Europe's Steady Decline

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In Europe, discontent over the economy prevails. Prices fall in the Eurozone and this make the fear of deflation reappear.

Political debate is again stranded between austerity and incentives. On one hand, it’s in favor of austerity for obtaining reduction of public deficits, as shown by the example of Greece, which seems to be lifting itself from the depths of the abyss in which it fell, after going through a period of severe financial adjustments, imposed by the “troika” (The European Commission, The European Central Bank and the IMF), and on the other hand, by the dissatisfaction of the majority of the governments that confront an almost null growth (it was zero in this year’s second quarter) with price decline, because they can’t find a way of increasing demand through a real increase of internal consumption, that is, without increasing public debt in the hands of creditors who demand high yields and rigorous maturity terms.

Then again, looks go to the European Central Bank in order to come out of this jam. This institution is the one that massively buys the debts of its members, in an action similar to that used by the Fed in the United States to reactivate the economy. But, to execute this system, first the problem generated by the differences arisen between the different countries whose debt would be bought needs be solved. This doesn’t occur in the United States where its central bank (the Fed) is bought from a single government.

Until the ghost of deflation is dissipated, Europe will continue in crisis.

In the United States, expectations prevail in relation with the following measures of monetary policy.

On the basis of a modest but firm recuperation, with a 3.4% growth expected this year and the descent to a less than 6% unemployment rate, and once the gradual reduction of treasury bond buying on the part of the Fed has been implemented without altering the recuperation rhythm, the preparation of the ground for the first interest hike in more than a decade is planned (which has been maintained at almost zero by the Fed), which is an indispensable measure to further heal the economy and allow said factor to be determined by market forces. The task is delicate. Some officials believe that the sole mention of this possibility could create destabilizing effects on the rest of the world. Because of this, without prejudicing [the effects] produced in the middle term, in the meeting programmed for mid-September, and in the communique that follows it, maybe it will not go beyond suppressing the key parts of the texts used until now to maintain control over the expectations of rising interest rates.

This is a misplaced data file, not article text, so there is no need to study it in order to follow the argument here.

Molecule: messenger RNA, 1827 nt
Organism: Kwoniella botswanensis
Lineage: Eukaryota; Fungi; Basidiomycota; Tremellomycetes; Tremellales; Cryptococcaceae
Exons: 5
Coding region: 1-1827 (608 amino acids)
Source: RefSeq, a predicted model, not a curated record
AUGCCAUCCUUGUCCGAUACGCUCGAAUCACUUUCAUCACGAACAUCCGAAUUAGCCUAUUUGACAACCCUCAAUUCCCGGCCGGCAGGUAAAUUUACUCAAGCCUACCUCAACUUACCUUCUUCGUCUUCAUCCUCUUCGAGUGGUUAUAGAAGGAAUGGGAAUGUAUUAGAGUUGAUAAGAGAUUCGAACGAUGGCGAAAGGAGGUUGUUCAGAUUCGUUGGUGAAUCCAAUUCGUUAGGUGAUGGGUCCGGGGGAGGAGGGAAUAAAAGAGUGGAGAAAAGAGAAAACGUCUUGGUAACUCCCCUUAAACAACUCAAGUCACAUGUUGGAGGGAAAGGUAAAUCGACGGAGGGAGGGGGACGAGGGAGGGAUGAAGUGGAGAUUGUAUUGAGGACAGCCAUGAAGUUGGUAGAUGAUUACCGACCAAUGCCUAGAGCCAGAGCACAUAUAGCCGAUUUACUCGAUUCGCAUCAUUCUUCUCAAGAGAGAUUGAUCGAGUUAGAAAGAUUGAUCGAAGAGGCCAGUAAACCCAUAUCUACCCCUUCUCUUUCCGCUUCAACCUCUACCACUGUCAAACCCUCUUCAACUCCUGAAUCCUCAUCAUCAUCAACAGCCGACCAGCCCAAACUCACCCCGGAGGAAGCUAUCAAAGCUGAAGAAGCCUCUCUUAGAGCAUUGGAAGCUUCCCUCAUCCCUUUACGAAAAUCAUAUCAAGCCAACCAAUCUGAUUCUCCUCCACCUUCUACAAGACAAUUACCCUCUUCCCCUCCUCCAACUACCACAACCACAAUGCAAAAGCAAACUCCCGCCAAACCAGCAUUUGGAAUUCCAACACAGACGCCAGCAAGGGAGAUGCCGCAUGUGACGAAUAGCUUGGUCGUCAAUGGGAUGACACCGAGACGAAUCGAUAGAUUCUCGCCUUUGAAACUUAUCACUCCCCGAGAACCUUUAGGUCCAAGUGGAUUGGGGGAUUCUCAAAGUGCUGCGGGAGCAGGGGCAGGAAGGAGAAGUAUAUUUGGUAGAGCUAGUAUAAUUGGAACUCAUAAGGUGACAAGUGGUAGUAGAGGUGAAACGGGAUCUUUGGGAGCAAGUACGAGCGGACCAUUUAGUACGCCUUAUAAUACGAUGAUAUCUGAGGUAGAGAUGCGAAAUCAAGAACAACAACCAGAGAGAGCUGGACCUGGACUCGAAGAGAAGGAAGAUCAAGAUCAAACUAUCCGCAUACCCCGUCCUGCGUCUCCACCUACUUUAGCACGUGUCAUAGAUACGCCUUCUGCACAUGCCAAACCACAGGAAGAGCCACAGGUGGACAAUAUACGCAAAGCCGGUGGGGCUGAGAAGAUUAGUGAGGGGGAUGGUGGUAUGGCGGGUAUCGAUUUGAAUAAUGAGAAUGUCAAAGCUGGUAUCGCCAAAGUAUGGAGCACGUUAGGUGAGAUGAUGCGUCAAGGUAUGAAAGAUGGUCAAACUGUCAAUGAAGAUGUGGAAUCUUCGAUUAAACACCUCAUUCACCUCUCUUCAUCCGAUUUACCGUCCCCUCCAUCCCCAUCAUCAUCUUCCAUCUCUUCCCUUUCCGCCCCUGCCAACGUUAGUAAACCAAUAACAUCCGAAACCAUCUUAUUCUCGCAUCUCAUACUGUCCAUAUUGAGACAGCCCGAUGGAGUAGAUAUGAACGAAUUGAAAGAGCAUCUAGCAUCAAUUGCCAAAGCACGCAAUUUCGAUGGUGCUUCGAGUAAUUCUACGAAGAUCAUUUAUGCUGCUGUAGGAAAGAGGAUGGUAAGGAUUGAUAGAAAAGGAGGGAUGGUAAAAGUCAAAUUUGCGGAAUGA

In Latin America, a 2.2% growth is expected in 2014. Panama will lead the group of those who will grow, with 6.7%. It will be followed by Bolivia, Colombia, Dominican Republic, Ecuador and Nicaragua with numbers around 5%. The economies of Brazil and Chile, which were examples of expansion until recently, will suffer decelerations for diverse causes. Chile, due to the fall in the world’s demand for copper and Brazil because of its unexpected political turbulence and the high inflation which has been one of its causes. The debacle of Venezuela staggers between the fanatical preservation of a government with a declining thesis and the possibility of a power vacuum without knowing who could fill it up. And in Argentina, social discontent can lead to a governance crisis spurred by out of control inflation and the risk of being sentenced to ostracism by world capital markets.

In relation to China, this country was able to prevail in a short term thanks to the good maneuvering capacity of its Central Government, which at the beginning of the year was deemed an imminent financial debacle produced by the fall in the real estate market and/or the debt default of local governments as well as the low profit of non-financial corporations, aggravated by the high cost of financing their operations. In this scenario, a 7% growth is expected, which even though lower than the previous year’s double digits, will still constitute one of the most important engines of the world economy.

In the midst of this landscape, this month shares showed an average rise of 4% in the United States and 1% in Europe, with no significant variations in Asia. And in Brazil, in the middle of high inflation, the increase in August rounded 9%. Yields for public bonds continued descending in the United States and in Europe. In both places, investors are awaiting the European Central Bank to decide on the massive buying of state bonds from member states and whether the Fed will proceed or not to increase interest rates in the United States.

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